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Dear Dr. Vinny,

I have two bottles of wine in the original gift package that I received as a Christmas present. They are from Marshall Field’s, a store that has gone out of business, but is still very important to the people of Chicago. Do you think the bottles might be worth anything? I was saving them for a special occasion, but I think the time has come to do something with them. The red is a Cabernet, and the white is a Pinot Grigio.

Mary Jeanne B., Chicago, Ill.

Dear Mary Jeanne,

That sounds like a lovely gift, and I’m sure that it has some sentimental value to you, or to fans or former employees of the department store. But while I’ve previously been probably a little too polite with this sort of frequently asked question, let me be a little bit more blunt and to the point and hopefully helpful: Your wine has no significant monetary value.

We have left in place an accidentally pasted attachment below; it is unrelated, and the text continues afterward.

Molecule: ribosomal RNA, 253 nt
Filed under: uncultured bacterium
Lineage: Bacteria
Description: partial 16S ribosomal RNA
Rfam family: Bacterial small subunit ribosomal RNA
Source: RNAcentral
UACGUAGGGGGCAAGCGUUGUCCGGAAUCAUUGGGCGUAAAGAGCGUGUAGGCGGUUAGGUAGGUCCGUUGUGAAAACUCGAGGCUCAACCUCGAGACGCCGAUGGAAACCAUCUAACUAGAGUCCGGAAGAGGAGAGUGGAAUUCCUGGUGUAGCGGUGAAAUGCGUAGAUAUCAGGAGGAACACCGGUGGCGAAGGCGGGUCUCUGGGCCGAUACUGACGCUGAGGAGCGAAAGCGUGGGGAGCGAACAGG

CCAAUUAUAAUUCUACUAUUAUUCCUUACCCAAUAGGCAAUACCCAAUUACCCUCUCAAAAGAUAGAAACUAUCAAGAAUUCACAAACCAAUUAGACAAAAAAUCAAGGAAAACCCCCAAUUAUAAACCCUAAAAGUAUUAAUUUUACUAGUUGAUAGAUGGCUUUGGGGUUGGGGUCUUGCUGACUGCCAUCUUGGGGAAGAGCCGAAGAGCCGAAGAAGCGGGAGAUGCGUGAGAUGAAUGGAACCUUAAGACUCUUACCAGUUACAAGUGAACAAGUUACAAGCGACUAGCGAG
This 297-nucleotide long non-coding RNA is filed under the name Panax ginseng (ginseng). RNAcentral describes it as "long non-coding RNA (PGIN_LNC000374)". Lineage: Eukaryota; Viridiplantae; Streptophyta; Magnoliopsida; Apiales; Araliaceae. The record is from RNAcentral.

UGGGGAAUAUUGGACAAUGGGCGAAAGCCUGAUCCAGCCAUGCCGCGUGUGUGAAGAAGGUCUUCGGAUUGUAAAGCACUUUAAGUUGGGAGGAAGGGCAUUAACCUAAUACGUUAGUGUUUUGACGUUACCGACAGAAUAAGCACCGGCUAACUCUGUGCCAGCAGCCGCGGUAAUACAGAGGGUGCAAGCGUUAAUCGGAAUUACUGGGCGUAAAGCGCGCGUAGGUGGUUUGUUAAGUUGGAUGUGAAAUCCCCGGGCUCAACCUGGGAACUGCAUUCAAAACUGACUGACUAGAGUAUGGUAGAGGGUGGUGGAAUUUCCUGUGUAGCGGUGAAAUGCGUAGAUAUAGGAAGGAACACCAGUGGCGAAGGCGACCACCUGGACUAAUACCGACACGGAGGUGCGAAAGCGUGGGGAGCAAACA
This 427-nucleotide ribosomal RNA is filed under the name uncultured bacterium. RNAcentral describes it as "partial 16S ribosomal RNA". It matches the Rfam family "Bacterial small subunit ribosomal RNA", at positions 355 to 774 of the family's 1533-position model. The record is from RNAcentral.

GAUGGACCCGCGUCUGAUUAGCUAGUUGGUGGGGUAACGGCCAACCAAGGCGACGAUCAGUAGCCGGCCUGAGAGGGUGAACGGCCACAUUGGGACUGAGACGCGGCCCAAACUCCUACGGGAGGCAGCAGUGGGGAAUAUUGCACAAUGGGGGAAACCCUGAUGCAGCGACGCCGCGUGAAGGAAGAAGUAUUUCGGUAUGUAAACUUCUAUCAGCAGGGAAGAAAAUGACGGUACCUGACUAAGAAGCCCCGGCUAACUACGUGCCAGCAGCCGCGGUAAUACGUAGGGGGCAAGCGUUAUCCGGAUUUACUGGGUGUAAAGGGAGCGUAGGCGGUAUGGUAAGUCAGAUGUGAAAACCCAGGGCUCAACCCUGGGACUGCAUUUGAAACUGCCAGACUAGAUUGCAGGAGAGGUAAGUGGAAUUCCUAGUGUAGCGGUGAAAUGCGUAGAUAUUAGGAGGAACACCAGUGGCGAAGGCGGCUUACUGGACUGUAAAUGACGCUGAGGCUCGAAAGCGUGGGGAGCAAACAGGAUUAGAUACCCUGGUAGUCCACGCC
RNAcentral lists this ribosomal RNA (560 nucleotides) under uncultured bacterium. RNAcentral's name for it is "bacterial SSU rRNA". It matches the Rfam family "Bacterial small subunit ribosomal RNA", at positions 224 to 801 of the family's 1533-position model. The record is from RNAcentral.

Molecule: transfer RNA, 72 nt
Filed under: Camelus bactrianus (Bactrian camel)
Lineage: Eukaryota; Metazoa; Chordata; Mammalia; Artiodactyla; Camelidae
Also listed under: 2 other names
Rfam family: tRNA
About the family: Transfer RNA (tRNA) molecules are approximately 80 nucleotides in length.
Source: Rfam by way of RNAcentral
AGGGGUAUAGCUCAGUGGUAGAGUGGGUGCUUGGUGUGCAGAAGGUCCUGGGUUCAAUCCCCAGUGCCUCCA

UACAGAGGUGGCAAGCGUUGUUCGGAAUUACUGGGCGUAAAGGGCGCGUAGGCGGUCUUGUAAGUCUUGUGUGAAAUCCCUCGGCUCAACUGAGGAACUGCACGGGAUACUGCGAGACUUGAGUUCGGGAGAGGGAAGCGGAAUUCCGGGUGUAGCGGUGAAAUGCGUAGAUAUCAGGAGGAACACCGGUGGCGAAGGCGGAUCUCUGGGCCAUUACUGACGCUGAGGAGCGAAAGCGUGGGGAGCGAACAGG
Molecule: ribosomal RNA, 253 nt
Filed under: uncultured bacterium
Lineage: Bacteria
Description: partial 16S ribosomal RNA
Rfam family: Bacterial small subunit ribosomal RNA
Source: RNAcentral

The sort of wines that are collectible and have a high resale value are rare in a specific way: They were expensive to begin with, come from highly-regarded producers in supreme vintages, and have reputations for aging well. Critical acclaim doesn’t hurt. Think: first-growth Bordeaux, the rarest of Burgundies, cult New World wines, that sort of thing.

Even if your wines have all of those factors, wine auction houses tend to deal in larger lots, and buyers will want some documentation of how the wine was stored to make sure it still has a shot at being drinkable. (Even under the best of conditions, a typical Pinot Grigio is likely to be past its prime after more than a decade.) You can look into person-to-person wine-auction sites, but don’t be surprised if nobody wants your wine. How about something more enjoyable? Find a friend who enjoys wine, open up that Cabernet (have a backup bottle on hand in case it didn't age well) and reminisce about the good times you had at Marshall Field's.

—Dr. Vinny

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